Where previously in the launch phase you were focused on exposure, you’re now going to focus on building sales volume and improving sales rank. Your spend may begin to shift down as you get increasingly focused on high-performing keywords.
The next phase is profitability. You’re ready to shift your goal to profitability when your products or campaigns have had a chance to mature and reach your desired sales volume. Getting to this point can take a year or more on Amazon.
Now is the time to focus on driving incremental revenue for your best-selling products. You should have a high volume of sales data and be able to reduce spend on certain keywords or terms prescriptively in order to sustain profitability.
Sometimes when a product is no longer performing well or has been replaced with a newer model you just need to move inventory to either free up warehouse space or avoid long-term storage fees. At that point, the goal becomes liquidation.
In that case, you’ll want to increase spend in order to increase sales regardless of a rising ACoS. You may take a loss, but that can be the right thing to do over the long term in order to free yourself of a product that will cost you money to store while allowing you to focus on your winning products.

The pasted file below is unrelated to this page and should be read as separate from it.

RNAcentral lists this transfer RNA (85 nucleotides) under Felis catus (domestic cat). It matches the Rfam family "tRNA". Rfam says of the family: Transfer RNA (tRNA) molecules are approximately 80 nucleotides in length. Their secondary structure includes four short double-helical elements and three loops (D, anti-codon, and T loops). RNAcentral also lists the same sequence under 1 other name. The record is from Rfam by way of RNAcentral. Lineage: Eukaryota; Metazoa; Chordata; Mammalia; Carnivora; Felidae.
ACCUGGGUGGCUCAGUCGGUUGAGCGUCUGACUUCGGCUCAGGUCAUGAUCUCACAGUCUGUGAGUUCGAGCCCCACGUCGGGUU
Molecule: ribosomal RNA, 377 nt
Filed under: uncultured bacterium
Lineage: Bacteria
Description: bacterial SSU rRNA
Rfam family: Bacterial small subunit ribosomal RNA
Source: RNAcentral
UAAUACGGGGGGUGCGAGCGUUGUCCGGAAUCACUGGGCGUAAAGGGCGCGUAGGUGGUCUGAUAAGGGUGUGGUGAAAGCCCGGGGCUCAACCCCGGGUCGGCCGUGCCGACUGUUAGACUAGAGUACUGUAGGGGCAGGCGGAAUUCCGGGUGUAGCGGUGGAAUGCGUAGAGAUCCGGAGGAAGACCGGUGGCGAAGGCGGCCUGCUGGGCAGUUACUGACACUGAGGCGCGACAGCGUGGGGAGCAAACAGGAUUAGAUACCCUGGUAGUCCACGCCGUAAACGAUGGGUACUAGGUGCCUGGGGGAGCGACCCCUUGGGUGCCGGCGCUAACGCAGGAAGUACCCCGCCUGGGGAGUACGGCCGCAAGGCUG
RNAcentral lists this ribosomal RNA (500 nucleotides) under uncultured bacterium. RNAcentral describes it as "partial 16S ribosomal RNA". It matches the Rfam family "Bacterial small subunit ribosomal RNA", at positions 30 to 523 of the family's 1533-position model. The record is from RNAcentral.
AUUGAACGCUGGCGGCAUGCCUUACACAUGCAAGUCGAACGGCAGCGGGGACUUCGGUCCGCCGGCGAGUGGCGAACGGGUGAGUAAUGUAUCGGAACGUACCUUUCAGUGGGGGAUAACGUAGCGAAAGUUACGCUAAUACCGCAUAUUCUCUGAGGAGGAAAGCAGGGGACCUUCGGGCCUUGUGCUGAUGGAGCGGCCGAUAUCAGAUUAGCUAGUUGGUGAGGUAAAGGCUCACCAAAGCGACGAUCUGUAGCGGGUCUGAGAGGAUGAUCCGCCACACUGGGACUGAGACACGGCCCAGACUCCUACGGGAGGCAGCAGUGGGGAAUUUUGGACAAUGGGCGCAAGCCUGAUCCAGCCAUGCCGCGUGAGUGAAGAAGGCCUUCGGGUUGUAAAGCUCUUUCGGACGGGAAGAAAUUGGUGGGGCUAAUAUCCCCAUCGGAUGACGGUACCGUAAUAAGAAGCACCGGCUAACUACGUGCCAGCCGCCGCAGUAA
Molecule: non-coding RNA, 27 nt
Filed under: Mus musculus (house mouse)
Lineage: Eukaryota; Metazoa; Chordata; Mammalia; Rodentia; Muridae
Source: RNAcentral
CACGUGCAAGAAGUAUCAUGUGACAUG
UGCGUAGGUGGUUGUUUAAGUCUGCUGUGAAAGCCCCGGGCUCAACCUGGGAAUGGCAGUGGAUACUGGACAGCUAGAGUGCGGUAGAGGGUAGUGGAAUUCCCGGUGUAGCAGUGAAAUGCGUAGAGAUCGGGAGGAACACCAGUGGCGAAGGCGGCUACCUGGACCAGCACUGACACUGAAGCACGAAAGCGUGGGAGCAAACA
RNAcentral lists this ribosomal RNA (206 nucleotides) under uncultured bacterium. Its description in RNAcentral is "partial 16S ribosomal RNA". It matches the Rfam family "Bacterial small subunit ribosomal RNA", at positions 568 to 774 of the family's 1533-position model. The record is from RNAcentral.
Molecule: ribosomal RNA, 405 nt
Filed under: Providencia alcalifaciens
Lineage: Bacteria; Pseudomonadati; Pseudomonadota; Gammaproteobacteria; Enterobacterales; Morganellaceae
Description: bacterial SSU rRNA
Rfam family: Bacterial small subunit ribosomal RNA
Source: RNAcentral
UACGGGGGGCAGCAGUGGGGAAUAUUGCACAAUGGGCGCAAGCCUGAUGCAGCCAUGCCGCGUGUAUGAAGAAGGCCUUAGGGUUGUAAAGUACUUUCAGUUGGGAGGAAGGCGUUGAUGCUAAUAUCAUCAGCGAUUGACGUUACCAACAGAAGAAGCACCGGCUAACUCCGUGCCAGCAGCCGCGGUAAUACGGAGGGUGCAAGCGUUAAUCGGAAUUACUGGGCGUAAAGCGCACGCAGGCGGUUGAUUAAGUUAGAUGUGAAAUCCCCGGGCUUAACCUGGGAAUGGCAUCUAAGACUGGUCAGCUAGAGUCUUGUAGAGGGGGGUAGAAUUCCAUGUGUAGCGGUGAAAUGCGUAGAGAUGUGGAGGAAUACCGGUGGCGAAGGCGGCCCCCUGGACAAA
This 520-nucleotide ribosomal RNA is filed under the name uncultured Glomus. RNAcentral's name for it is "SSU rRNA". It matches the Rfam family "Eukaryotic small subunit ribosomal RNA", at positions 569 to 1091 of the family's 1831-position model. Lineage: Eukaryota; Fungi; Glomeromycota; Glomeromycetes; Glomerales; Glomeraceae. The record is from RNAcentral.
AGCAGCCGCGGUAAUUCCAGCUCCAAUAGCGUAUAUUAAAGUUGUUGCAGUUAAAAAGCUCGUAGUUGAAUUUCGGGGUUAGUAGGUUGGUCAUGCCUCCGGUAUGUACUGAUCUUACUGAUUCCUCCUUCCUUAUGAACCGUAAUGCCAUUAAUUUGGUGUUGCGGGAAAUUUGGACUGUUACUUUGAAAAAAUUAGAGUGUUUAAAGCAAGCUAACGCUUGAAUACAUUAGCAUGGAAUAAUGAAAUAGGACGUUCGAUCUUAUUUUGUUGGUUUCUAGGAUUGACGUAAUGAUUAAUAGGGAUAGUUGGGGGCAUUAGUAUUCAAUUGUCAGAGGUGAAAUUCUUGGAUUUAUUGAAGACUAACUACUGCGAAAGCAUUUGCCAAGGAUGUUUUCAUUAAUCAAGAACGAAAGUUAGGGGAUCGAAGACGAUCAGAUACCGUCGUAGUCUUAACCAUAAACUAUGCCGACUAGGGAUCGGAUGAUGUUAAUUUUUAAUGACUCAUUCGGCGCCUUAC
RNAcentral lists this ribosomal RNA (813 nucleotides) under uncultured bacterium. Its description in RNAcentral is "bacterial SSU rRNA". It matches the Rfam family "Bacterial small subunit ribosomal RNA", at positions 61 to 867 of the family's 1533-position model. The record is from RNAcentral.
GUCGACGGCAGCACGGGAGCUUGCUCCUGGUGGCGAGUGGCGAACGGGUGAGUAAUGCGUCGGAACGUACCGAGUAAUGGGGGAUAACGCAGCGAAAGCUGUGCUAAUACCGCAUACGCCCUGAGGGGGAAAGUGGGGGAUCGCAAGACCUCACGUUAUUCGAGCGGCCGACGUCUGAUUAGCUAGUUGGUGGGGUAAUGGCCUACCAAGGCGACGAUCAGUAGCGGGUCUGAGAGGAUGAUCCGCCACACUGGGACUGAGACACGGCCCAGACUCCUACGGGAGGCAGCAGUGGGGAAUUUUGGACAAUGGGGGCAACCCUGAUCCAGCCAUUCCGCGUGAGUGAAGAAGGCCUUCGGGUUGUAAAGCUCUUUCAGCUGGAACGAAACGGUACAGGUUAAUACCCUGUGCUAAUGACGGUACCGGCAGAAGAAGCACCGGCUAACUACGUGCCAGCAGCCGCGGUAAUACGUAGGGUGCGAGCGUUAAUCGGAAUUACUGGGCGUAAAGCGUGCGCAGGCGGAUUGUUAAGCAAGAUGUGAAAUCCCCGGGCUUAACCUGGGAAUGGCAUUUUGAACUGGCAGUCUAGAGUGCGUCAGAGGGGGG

Structure campaigns according to goals
Once you know your goals for your ads you can structure your campaigns according to those goals.
Put products with matching goals together in campaigns, thinking forward to whether those products are likely to continue to move through their lifecycle at the same pace. If the new teddy bear is just launching while the stuffed bunny is in the profitability stage, you need to have the ability to advertise more aggressively on the teddy bear in the launch campaign while advertising more conservatively on the bunny campaign.
It’s best practice to organize products with similar margins together in campaigns as well. This enables you to target your advertising spend efficiently.
Having a consistent naming convention for campaigns helps to keep all this organized. For example, you can include the word “GROWTH” in the name of a campaign, and if that goal changes, update the campaign name in Seller Central to reflect the change.